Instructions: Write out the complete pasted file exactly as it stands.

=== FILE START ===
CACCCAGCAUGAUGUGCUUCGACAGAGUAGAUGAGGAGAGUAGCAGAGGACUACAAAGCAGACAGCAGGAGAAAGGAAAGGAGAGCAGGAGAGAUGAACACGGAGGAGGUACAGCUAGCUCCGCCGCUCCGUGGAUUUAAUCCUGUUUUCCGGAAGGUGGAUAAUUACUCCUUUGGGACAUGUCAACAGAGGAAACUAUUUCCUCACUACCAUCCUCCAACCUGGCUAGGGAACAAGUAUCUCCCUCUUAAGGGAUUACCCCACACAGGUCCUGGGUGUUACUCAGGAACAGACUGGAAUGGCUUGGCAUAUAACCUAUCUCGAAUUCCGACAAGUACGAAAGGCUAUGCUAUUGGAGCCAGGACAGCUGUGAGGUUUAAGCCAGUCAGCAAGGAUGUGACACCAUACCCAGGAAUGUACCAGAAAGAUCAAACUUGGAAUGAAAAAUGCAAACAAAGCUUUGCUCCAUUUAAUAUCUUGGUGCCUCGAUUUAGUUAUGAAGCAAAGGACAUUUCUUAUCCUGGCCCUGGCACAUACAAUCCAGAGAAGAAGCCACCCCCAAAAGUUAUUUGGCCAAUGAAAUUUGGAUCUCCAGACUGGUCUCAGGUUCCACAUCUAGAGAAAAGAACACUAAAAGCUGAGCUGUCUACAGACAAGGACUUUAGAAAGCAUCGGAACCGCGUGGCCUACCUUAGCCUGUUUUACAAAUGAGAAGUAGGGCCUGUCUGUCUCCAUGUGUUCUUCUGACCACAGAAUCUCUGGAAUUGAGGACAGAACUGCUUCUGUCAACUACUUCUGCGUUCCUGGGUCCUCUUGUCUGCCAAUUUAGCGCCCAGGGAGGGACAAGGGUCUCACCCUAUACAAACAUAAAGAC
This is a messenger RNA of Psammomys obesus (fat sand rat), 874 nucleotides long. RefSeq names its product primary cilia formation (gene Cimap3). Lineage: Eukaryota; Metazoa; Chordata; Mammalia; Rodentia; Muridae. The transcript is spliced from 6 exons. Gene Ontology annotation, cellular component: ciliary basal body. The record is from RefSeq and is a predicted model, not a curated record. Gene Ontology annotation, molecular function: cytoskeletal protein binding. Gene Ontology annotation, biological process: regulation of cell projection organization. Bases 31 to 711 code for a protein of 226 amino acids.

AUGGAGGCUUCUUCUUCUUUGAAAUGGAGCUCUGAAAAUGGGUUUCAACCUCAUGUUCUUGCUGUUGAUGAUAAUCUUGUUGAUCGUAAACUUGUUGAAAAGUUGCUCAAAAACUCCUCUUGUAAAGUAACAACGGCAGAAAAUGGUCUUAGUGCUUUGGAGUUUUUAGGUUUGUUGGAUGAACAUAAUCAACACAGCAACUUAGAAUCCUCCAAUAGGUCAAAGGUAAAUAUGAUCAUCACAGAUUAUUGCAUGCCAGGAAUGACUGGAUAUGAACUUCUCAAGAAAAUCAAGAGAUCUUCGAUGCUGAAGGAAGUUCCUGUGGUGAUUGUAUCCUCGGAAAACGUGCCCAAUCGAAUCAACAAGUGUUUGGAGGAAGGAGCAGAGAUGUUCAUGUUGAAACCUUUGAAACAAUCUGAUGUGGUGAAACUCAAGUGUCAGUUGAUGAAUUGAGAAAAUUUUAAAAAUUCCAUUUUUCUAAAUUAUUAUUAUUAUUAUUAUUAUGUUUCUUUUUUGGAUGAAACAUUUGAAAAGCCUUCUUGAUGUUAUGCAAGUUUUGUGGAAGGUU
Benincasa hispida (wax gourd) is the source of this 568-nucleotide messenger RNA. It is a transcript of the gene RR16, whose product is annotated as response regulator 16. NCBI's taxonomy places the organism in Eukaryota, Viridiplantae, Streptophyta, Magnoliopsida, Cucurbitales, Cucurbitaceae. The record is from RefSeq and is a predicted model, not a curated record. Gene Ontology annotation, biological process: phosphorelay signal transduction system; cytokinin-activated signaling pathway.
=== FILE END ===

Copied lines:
CACCCAGCAUGAUGUGCUUCGACAGAGUAGAUGAGGAGAGUAGCAGAGGACUACAAAGCAGACAGCAGGAGAAAGGAAAGGAGAGCAGGAGAGAUGAACACGGAGGAGGUACAGCUAGCUCCGCCGCUCCGUGGAUUUAAUCCUGUUUUCCGGAAGGUGGAUAAUUACUCCUUUGGGACAUGUCAACAGAGGAAACUAUUUCCUCACUACCAUCCUCCAACCUGGCUAGGGAACAAGUAUCUCCCUCUUAAGGGAUUACCCCACACAGGUCCUGGGUGUUACUCAGGAACAGACUGGAAUGGCUUGGCAUAUAACCUAUCUCGAAUUCCGACAAGUACGAAAGGCUAUGCUAUUGGAGCCAGGACAGCUGUGAGGUUUAAGCCAGUCAGCAAGGAUGUGACACCAUACCCAGGAAUGUACCAGAAAGAUCAAACUUGGAAUGAAAAAUGCAAACAAAGCUUUGCUCCAUUUAAUAUCUUGGUGCCUCGAUUUAGUUAUGAAGCAAAGGACAUUUCUUAUCCUGGCCCUGGCACAUACAAUCCAGAGAAGAAGCCACCCCCAAAAGUUAUUUGGCCAAUGAAAUUUGGAUCUCCAGACUGGUCUCAGGUUCCACAUCUAGAGAAAAGAACACUAAAAGCUGAGCUGUCUACAGACAAGGACUUUAGAAAGCAUCGGAACCGCGUGGCCUACCUUAGCCUGUUUUACAAAUGAGAAGUAGGGCCUGUCUGUCUCCAUGUGUUCUUCUGACCACAGAAUCUCUGGAAUUGAGGACAGAACUGCUUCUGUCAACUACUUCUGCGUUCCUGGGUCCUCUUGUCUGCCAAUUUAGCGCCCAGGGAGGGACAAGGGUCUCACCCUAUACAAACAUAAAGAC
This is a messenger RNA of Psammomys obesus (fat sand rat), 874 nucleotides long. RefSeq names its product primary cilia formation (gene Cimap3). Lineage: Eukaryota; Metazoa; Chordata; Mammalia; Rodentia; Muridae. The transcript is spliced from 6 exons. Gene Ontology annotation, cellular component: ciliary basal body. The record is from RefSeq and is a predicted model, not a curated record. Gene Ontology annotation, molecular function: cytoskeletal protein binding. Gene Ontology annotation, biological process: regulation of cell projection organization. Bases 31 to 711 code for a protein of 226 amino acids.

AUGGAGGCUUCUUCUUCUUUGAAAUGGAGCUCUGAAAAUGGGUUUCAACCUCAUGUUCUUGCUGUUGAUGAUAAUCUUGUUGAUCGUAAACUUGUUGAAAAGUUGCUCAAAAACUCCUCUUGUAAAGUAACAACGGCAGAAAAUGGUCUUAGUGCUUUGGAGUUUUUAGGUUUGUUGGAUGAACAUAAUCAACACAGCAACUUAGAAUCCUCCAAUAGGUCAAAGGUAAAUAUGAUCAUCACAGAUUAUUGCAUGCCAGGAAUGACUGGAUAUGAACUUCUCAAGAAAAUCAAGAGAUCUUCGAUGCUGAAGGAAGUUCCUGUGGUGAUUGUAUCCUCGGAAAACGUGCCCAAUCGAAUCAACAAGUGUUUGGAGGAAGGAGCAGAGAUGUUCAUGUUGAAACCUUUGAAACAAUCUGAUGUGGUGAAACUCAAGUGUCAGUUGAUGAAUUGAGAAAAUUUUAAAAAUUCCAUUUUUCUAAAUUAUUAUUAUUAUUAUUAUUAUGUUUCUUUUUUGGAUGAAACAUUUGAAAAGCCUUCUUGAUGUUAUGCAAGUUUUGUGGAAGGUU
Benincasa hispida (wax gourd) is the source of this 568-nucleotide messenger RNA. It is a transcript of the gene RR16, whose product is annotated as response regulator 16. NCBI's taxonomy places the organism in Eukaryota, Viridiplantae, Streptophyta, Magnoliopsida, Cucurbitales, Cucurbitaceae. The record is from RefSeq and is a predicted model, not a curated record. Gene Ontology annotation, biological process: phosphorelay signal transduction system; cytokinin-activated signaling pathway.